As always, I want to say that there are good/bad people and systems in every city. Reno is unique, and this blog relates events I have witnessed as a care facility owner, as an appointed court advocate, and many other hats I wore in service to seniors.
I enjoy reading history, although I didn’t have time to read during my employment with Wells Fargo in Reno. (see earlier posts). My wife’s cancer had returned only three months after we were married; I was making trips to San Francisco for her treatment. I had barely enough time to journal these events, but it was better than watching the bills pile up on the kitchen table.
It’s fair to say that life is hard to understand at times. In my Wells’ job, I was following two bankers who’d gamed the system, took advantage of seniors, and received glowing reviews for their numbers. Alex ran a brick and mortar branch on Keystone, Jenelle was in business services, and Shirley Echols, knowing they’d done this, was looking to keep her management job going and retire out of the system.
There were times, whether it was late at night, or perhaps during the four-hour drive to San Fran that I considered the fairness of it all. And I have to admit that I asked myself, “What stops you from joining the gang?”
It wasn’t like I didn’t have an urgent need for income, that I couldn’t work a computer or re-code things to make me look good. And, being a guy who’d earned a union card for theater acting in his twenties, that I wasn’t a capable liar. No, I could have put on the black hat, and I didn’t. The reason?
There’s a couple of good reasons. I can’t take advantage of people, and even more than that, I couldn’t pray to God every night to save my wife and be the kind of crook Wells Fargo seemed to prefer.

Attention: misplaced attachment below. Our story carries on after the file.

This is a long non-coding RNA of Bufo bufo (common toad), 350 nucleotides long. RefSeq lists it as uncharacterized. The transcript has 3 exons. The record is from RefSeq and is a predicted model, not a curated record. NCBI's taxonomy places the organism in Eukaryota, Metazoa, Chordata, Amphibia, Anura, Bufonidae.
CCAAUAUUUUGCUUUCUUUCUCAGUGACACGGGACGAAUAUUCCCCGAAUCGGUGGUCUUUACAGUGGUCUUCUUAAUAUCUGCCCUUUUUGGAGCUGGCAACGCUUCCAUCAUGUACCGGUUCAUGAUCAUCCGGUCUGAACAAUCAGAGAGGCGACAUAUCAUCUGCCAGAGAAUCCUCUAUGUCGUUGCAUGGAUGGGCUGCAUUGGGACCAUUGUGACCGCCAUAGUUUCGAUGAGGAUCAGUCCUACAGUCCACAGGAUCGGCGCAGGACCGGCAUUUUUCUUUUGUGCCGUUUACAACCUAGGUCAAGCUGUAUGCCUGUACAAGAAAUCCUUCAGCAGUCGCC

From my reading, I saw myself as a character in the George Orwell’s classic allegory, “Animal Farm.” One of the animals is Boxer the horse. He believes in the cause, works his ass off, straps on the plow every day, digs his hooves into the ground and pulls until his body can’t take it anymore. Boxer — noble and broken. It’s what you sign up for when your spouse is sick, or your parents are in decline. You do it until you can’t do it anymore, or they expire — which ever comes first.
Of my travels in literature, one of my favorite bits is the answer that renowned bank robber Willie Sutton gave when asked why he robbed banks. He said: “Because that’s where the money is.”
I wasn’t thinking of that phrase when a woman sat down at my desk with her loan documents. “Take a look,” she said.
Now, from months of experience in cleaning up Alex and Jenelle’s stuff, I usually knew what to expect, mostly overdraft accounts that had been jimmied to hit with fees after they’d left. I looked at the car loan document and read.
“You picked up the disability insurance,” I told her. “Yeah, it’ll help you if you get hurt or lose your job. Kinda pricey.”
“That’s not my signature,” she said. A scowl crawled into her face. “I didn’t sign this.”
It’s one thing to fix checking accounts jammed with extra stuff, it’s another to analyze fraud. And … as the messenger of bad news, how much of her anger will spill onto me?
“I’ll check into this,” I told her. “Don’t you worry. If there’s been a mistake — ”
“No mistake,” she insisted. “That’s not my signature.”
I believed her. My problem was that Shirley was protecting her turf, Joni Rose had sent a new banker, (her own personal hit-man, Lori), and I was a marked man.
I came in on the weekend and looked for the box of documents that Alex and Jenelle had stashed. It was gone.
I stood there, scratched my head. I had no clue whether it was Shirley, Joni, possibly Alex, who’d spirited the evidence away. Would’ve helped to find the original loan docs and have the evidence in my hands.
I did the next best thing. Saturday was a half-day at the bank, but I looked up the woman’s account, found that it was opened in another branch in Reno. I called that branch and had them fax me a copy of her signature card.
When the fax came in, I could tell that the woman’s signature wasn’t even close to the loan docs with the expensive disability insurance. That’s when I recalled Willie Sutton. Willie had been only partially correct. You rob the bank in the hopes there’s something left after they’ve done their own damage. It’s all a matter of timing.
By the end of the next week, I’d fixed the loan. I told Shirley in passing, knowing that she was well aware of the missing box, the scams that she’d tacitly endorsed, and was now a full-blown participant. Conspirator is the better word.
My future at Wells was sealed.
When I left, I had no idea that somewhere down the road my experience would assist me in the guardianship world of seniors. Wells Fargo tricks would appear again. And somewhere, Willie Sutton was laughing … big-time.